PURPOSE: Most outcome studies of bypass surgery are limited to five years of follow-up. However, as human life expectancy has increased, analyses of more long-term outcomes are needed. The aim of this study is to evaluate 10-year outcomes of anatomical bypasses in aortoiliac occlusive disease. METHODS: From 1996 to 2009, 92 patients (82 males and 10 females) underwent aortic anatomical bypasses to treat aortoiliac occlusive disease at Samsung Medical Center. The patients were reviewed retrospectively. Kaplan-Meier survival analyses were performed using PASW ver. 18.0 (IBM Co). RESULTS: A total of 72 patients (78.3%) underwent aorto-femoral bypasses (uni- or bi-femoral), 15 patients (16.3%) underwent aorto-iliac bypasses (uni- or bi-iliac), and 5 patients (5.4%) underwent aorto-iliac and aorto-femoral bypasses. The overall primary patency rates of the 92 patients were 86.2% over 5 years and 77.6% over 10 years. The 10-year limb salvage rate and overall survival rate were 97.7% and 91.7%, respectively. CONCLUSION: The overall patency rates of bypass graft and limb salvage rates decreased as time passed. The analysis of results after bypass surgery to treat arterial occlusive disease will be needed to extend for 10 years of follow-up.


Subject(s)
Humans , Male , Arterial Occlusive Diseases , Follow-Up Studies , Leriche Syndrome , Life Expectancy , Limb Salvage , Outcome Assessment, Health Care , Retrospective Studies , Survival Rate , Transplants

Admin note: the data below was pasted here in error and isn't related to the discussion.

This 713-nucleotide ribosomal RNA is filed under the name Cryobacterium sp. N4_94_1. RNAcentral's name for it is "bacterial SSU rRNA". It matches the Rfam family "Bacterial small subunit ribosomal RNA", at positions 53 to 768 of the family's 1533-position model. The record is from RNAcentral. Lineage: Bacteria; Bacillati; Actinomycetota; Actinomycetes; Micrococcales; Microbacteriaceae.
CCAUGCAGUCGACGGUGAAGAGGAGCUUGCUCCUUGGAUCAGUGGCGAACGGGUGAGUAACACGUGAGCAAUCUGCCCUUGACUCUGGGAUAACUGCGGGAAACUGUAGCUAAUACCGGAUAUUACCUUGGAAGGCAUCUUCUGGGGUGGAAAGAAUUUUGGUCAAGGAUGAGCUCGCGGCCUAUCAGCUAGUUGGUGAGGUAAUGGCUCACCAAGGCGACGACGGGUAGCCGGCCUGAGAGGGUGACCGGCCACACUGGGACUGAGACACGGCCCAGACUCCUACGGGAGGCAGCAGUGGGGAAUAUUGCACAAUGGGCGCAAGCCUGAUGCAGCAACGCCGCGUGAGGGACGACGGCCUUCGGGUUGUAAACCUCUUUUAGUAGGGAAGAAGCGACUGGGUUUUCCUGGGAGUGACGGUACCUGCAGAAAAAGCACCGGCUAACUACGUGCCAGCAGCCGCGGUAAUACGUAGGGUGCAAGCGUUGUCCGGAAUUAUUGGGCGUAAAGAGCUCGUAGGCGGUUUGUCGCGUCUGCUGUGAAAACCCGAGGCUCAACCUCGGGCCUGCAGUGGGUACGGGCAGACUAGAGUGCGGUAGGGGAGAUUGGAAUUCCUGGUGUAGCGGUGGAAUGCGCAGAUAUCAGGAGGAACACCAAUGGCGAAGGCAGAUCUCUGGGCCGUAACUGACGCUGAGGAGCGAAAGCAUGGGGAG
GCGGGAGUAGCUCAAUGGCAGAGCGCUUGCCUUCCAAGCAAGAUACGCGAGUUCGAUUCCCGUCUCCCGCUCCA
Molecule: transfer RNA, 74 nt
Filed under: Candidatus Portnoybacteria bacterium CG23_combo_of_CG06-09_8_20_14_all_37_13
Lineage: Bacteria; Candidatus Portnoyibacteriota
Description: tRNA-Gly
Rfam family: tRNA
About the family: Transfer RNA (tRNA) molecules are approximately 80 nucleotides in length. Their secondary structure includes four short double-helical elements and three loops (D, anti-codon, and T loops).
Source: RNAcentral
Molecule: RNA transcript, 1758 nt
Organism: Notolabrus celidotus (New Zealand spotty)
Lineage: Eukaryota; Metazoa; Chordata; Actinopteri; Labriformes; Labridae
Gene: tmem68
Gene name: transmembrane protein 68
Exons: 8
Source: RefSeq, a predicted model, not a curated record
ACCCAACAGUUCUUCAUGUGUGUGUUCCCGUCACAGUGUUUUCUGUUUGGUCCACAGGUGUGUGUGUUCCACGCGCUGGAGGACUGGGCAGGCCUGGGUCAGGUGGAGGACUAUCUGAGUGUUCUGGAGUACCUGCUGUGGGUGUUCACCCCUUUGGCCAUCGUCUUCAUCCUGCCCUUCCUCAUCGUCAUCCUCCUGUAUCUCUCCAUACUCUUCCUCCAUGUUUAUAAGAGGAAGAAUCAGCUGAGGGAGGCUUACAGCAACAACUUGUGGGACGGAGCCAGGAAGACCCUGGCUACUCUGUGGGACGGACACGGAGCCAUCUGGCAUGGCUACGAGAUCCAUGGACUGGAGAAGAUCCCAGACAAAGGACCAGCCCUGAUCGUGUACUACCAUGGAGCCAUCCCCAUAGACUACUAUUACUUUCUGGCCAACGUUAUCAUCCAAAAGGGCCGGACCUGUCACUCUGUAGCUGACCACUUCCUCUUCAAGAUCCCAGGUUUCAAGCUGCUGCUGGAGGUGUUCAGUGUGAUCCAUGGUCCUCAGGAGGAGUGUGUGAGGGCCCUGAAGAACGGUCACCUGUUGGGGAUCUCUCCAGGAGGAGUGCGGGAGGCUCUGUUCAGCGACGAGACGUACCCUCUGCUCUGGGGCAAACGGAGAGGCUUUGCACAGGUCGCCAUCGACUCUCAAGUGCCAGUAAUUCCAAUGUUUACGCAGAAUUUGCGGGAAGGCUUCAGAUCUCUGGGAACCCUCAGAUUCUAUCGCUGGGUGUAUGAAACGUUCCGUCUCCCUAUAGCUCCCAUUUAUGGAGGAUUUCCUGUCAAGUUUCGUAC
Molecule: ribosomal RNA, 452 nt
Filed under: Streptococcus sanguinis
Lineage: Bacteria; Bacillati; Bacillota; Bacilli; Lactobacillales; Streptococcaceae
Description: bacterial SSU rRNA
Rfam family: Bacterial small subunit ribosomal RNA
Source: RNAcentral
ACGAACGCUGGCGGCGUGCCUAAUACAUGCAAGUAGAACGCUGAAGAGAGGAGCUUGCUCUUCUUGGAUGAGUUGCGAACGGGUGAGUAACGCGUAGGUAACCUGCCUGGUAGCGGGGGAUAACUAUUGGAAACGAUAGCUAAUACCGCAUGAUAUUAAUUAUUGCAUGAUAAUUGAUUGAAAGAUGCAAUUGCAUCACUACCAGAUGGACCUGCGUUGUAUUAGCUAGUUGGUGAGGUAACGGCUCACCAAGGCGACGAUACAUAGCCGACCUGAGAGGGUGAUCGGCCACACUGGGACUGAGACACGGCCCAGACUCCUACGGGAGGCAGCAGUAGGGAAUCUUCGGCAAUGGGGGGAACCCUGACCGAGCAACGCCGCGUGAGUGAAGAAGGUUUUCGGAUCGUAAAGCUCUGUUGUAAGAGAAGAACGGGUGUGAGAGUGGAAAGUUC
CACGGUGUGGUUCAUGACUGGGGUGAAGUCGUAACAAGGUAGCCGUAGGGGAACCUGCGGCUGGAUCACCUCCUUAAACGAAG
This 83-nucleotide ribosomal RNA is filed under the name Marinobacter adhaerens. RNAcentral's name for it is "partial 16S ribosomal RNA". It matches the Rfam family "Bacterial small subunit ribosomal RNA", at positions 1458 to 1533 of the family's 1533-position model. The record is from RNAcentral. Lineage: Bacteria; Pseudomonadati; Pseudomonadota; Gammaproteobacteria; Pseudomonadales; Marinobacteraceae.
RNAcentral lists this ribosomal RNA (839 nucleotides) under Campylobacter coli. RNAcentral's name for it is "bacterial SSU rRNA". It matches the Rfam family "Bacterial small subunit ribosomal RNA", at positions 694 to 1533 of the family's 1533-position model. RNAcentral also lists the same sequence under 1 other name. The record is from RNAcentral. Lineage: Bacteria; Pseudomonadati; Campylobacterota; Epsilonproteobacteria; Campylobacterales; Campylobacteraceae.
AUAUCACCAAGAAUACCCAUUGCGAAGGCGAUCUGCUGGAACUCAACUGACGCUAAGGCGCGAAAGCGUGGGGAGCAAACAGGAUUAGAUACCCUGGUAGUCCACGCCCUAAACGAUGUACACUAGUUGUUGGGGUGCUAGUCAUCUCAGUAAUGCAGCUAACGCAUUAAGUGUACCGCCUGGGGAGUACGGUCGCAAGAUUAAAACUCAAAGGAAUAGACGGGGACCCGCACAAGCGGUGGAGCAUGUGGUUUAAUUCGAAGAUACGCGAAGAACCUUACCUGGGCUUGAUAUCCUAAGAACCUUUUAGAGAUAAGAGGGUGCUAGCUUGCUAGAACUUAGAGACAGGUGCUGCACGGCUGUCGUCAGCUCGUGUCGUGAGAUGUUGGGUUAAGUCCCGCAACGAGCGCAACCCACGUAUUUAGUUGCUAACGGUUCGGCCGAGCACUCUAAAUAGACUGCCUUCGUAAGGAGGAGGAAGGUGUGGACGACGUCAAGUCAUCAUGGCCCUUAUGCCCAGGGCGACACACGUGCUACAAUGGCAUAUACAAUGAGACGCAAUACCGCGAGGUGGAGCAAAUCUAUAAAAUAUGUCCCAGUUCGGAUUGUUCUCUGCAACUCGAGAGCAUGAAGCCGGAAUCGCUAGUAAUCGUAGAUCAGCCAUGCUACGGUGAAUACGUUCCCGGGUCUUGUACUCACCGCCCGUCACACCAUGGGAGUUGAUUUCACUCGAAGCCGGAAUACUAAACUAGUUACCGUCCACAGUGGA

18.
Korean Journal of Medicine ; : S78-S82, 2011.
Article in Korean | WPRIM | ID: wpr-36748

ABSTRACT

An aortoesophageal fistula is a rare cause of upper gastrointestinal bleeding. The standard treatment of an aortoesophageal fistula is surgical, because conservative management results in very high mortality. Nevertheless, the mortality related to the surgical treatment ranges from 30 to 60%. Recently, endovascular stent grafting has become an alternative to open surgery in selected patients. We report an aortoesophageal fistula treated with endovascular stent grafting in an 84-year-old female with hematemesis and abdominal pain. Endoscopy showed a 5-cm pulsating esophageal mass with central ulceration and bleeding. Computed tomography (CT) of the abdomen revealed a descending thoracic aortic pseudoaneurysm. Being at high risk in open thoracic surgery, she underwent endovascular stenting. We suggest that endovascular stent grafting is an alternative treatment of aortoesophageal fistula, instead of open surgery, in selected patients.


Subject(s)
Aged, 80 and over , Female , Humans , Abdomen , Abdominal Pain , Aneurysm, False , Endoscopy , Fistula , Hematemesis , Hemorrhage , Stents , Thoracic Surgery , Transplants , Ulcer
19.
Journal of the Korean Society for Vascular Surgery ; : 19-22, 2011.
Article in English | WPRIM | ID: wpr-165163

ABSTRACT